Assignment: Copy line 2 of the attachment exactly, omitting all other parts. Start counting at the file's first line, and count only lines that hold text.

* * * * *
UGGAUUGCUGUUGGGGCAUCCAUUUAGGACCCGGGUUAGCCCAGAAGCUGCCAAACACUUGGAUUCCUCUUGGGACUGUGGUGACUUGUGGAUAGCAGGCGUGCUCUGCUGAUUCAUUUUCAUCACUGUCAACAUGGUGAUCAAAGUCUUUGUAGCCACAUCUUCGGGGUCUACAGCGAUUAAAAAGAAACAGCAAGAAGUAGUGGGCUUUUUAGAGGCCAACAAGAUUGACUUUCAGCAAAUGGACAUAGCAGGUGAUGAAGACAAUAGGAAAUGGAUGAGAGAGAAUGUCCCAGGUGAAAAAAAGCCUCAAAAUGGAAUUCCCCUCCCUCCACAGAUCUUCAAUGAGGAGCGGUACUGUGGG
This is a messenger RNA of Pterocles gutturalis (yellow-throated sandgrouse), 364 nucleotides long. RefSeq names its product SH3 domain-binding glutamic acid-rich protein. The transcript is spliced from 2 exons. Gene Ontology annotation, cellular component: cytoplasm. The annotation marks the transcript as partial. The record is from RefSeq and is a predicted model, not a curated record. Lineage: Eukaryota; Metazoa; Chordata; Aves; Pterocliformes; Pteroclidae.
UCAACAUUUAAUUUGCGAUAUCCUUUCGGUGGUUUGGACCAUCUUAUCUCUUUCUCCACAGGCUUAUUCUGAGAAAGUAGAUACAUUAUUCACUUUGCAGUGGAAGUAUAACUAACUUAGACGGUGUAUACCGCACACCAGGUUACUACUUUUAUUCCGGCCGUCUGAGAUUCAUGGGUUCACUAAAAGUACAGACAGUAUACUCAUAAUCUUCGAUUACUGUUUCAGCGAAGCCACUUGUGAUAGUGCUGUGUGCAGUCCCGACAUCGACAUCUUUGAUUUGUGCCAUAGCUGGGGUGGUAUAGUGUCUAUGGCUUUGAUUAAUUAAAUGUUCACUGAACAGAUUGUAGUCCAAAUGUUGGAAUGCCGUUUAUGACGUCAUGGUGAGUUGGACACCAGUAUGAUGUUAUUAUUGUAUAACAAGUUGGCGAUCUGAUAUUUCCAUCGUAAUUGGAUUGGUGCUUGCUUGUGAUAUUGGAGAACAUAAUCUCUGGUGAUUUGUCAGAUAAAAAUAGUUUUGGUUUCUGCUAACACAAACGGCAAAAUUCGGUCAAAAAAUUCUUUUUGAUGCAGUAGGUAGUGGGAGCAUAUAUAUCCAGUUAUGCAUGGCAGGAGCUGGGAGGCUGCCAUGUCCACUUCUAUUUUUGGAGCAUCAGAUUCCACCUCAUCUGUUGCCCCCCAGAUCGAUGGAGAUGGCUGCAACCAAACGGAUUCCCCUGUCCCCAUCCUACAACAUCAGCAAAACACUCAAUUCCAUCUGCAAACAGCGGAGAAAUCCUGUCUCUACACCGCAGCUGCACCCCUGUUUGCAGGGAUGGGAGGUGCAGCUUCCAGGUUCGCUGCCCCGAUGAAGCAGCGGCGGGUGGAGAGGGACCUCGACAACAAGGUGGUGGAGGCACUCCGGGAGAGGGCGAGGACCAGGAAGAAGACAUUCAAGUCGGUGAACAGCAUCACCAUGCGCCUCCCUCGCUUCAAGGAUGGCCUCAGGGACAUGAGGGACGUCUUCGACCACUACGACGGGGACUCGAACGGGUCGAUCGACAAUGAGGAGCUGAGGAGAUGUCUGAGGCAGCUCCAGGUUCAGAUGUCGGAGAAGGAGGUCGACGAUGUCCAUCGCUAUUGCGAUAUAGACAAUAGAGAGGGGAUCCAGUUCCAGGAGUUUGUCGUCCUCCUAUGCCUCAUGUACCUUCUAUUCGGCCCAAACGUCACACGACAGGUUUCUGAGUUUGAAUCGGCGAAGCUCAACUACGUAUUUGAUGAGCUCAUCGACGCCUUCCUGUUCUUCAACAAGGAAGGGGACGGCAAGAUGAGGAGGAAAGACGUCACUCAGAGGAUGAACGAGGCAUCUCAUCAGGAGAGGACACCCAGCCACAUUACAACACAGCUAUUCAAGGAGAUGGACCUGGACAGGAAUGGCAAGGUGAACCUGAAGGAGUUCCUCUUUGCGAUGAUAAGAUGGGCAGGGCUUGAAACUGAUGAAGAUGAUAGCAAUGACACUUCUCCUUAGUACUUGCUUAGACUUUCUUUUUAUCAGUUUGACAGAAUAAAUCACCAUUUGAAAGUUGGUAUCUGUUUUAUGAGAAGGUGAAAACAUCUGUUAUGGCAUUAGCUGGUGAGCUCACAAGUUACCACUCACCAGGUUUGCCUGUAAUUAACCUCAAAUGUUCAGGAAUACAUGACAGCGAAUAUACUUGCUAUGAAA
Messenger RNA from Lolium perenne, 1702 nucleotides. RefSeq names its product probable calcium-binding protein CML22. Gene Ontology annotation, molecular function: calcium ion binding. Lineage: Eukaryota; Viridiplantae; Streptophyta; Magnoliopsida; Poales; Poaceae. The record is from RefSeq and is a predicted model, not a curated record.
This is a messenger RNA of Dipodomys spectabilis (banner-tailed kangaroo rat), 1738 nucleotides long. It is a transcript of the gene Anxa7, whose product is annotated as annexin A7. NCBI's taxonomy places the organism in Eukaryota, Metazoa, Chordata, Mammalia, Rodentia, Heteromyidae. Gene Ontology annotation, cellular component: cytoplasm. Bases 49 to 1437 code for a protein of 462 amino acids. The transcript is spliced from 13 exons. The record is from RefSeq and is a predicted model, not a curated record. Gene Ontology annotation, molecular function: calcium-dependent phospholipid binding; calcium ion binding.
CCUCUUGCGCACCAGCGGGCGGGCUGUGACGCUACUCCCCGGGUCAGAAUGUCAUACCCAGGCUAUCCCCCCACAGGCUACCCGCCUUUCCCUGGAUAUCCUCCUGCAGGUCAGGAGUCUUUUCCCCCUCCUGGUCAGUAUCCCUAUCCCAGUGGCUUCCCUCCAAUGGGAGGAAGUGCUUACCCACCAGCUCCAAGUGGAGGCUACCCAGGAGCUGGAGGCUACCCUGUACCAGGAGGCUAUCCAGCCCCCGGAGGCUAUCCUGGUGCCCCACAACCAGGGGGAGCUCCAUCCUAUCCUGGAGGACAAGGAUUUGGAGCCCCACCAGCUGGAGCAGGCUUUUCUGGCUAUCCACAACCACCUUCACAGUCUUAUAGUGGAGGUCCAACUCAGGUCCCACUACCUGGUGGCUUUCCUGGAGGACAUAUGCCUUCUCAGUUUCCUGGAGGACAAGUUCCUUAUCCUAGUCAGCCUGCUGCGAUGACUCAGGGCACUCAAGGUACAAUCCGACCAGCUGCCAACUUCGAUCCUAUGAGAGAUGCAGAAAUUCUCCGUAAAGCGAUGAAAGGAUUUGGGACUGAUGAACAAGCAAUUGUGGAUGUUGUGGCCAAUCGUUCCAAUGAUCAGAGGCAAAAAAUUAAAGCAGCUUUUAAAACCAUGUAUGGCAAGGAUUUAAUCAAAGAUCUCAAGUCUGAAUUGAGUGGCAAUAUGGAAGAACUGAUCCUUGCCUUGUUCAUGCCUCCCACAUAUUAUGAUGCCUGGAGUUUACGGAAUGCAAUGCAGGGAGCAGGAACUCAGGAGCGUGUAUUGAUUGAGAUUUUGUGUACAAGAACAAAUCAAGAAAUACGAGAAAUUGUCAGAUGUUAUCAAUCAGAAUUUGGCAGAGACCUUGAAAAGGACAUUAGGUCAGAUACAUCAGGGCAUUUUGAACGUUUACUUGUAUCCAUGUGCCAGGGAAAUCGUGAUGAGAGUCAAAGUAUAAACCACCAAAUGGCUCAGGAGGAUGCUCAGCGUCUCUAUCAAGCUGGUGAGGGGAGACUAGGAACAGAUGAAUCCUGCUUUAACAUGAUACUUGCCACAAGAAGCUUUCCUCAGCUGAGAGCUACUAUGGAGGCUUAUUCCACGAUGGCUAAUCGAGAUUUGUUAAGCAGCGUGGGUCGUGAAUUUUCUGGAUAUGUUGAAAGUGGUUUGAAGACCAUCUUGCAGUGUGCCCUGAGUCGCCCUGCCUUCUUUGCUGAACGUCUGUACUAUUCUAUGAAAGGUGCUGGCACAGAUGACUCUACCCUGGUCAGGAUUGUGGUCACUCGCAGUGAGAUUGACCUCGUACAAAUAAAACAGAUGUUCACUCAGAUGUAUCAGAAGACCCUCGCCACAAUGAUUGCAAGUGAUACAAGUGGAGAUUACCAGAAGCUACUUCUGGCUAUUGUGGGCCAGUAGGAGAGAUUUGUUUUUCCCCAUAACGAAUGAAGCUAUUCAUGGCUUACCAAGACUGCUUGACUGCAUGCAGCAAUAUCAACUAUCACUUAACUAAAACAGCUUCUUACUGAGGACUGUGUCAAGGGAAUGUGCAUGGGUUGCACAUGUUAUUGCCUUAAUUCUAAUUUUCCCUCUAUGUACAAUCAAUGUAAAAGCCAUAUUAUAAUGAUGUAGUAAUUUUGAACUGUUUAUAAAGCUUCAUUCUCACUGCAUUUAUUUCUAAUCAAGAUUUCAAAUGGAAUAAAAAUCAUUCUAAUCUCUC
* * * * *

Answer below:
This is a messenger RNA of Pterocles gutturalis (yellow-throated sandgrouse), 364 nucleotides long. RefSeq names its product SH3 domain-binding glutamic acid-rich protein. The transcript is spliced from 2 exons. Gene Ontology annotation, cellular component: cytoplasm. The annotation marks the transcript as partial. The record is from RefSeq and is a predicted model, not a curated record. Lineage: Eukaryota; Metazoa; Chordata; Aves; Pterocliformes; Pteroclidae.